to attend a commercialization planning workshop. Since 2001, it has engaged the services of Dawnbreaker, Inc., a company that specializes in providing commercialization assistance to small advanced technology firms, to help Phase I grantees to prepare NSF’s required commercialization plan for Phase II submissions.3 In addition, the NSF’s SBIR program has encouraged commercialization at the Phase II stage by offering its Phase IIB supplemental option, conditioned on the grantee obtaining third-party financing. The Phase IIB supplement stands out as an innovative method of encouraging companies to attract funding from other sources—a critical step toward commercialization. The development and enhancement of the NSF’s Web-based Matchmaker program to promote partnering may also encourage commercialization.

The NSF’s SBIR program is using Phase IIB Supplemental Grants as an innovative method of encouraging companies to attract funding from other sources, which

  • provides an incentive for firms to partner with the investment community,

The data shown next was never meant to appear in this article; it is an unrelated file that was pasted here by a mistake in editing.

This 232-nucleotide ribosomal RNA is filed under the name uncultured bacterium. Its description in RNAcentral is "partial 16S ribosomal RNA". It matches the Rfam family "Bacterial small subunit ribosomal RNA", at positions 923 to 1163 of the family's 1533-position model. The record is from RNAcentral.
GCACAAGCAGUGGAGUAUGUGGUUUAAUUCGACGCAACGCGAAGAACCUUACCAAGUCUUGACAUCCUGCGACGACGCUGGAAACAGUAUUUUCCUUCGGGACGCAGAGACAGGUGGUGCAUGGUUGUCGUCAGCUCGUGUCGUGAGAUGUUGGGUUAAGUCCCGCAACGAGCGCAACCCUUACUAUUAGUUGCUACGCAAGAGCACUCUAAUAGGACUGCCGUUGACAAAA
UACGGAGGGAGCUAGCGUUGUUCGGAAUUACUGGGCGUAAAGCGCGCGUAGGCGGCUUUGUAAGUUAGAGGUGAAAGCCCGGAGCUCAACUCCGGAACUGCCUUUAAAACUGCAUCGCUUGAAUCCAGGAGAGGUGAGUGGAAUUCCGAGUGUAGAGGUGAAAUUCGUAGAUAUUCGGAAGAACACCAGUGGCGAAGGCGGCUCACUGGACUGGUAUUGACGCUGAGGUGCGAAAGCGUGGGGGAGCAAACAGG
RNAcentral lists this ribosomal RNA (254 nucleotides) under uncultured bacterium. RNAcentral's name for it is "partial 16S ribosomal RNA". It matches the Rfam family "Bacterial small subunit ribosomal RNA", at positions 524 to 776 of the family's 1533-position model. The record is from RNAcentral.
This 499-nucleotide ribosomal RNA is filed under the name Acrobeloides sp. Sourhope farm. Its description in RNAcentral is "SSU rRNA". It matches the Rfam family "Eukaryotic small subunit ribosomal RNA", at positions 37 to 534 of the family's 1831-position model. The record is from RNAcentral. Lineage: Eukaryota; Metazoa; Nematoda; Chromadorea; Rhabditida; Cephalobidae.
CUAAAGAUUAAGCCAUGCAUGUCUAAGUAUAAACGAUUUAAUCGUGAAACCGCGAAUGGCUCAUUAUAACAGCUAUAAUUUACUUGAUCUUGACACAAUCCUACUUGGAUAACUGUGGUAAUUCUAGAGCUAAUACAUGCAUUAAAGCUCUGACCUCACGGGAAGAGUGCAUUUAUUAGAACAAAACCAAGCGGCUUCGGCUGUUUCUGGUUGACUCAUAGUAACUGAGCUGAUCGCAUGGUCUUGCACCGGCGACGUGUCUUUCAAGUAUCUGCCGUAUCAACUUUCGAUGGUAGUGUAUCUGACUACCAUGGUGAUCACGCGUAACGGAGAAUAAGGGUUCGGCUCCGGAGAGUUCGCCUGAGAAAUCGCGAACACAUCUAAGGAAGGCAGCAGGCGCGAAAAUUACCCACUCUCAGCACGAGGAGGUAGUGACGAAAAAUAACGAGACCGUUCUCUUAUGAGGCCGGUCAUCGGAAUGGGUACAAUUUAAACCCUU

• can identify technologies with greater market potential, and

  • helps bridge the funding gap to commercialization.

Management of NSF’s SBIR, the Office of Industrial Innovation (OII), has taken another recent step to provide more commercialization assistance to its Phase II grantees. The NSF’s SBIR program entered into a partnership with the Department of Energy’s (DoE) SBIR program to jointly sponsor the 2005 DoE Opportunity Forum.4 This forum brought selected SBIR grantees face-to-face with prospective investors and allowed them to present their commercialization opportunities to the investors.

In addition to the 2005 DoE Opportunity Forum, OII brings together Phase II grantees on a regular basis at its annual grantee conferences. For example, OII cosponsored a Phase II Grantee Conference on May 18–20, 2006, in Louisville, Kentucky, with the Ewing Marion Kauffman Foundation, a Kansas City-based

3

According to Dawnbreaker, Inc., it is difficult to give extensive attention to business planning during Phase I, despite the fact that early business planning is desirable. Factors limiting what can be done include the following: the short time duration of Phase I; the fact that small-company resources are generally tight during this phase; the difficulty of attracting external funding during this early phase; and limits on available funding for commercialization assistance through the SBIR program.

4

The 2005 DoE Opportunity Forum brochure, “Partnering and Investment Opportunities for the Future.” The forum took place on October 24–25, 2005, in Tysons Corner, Virginia.



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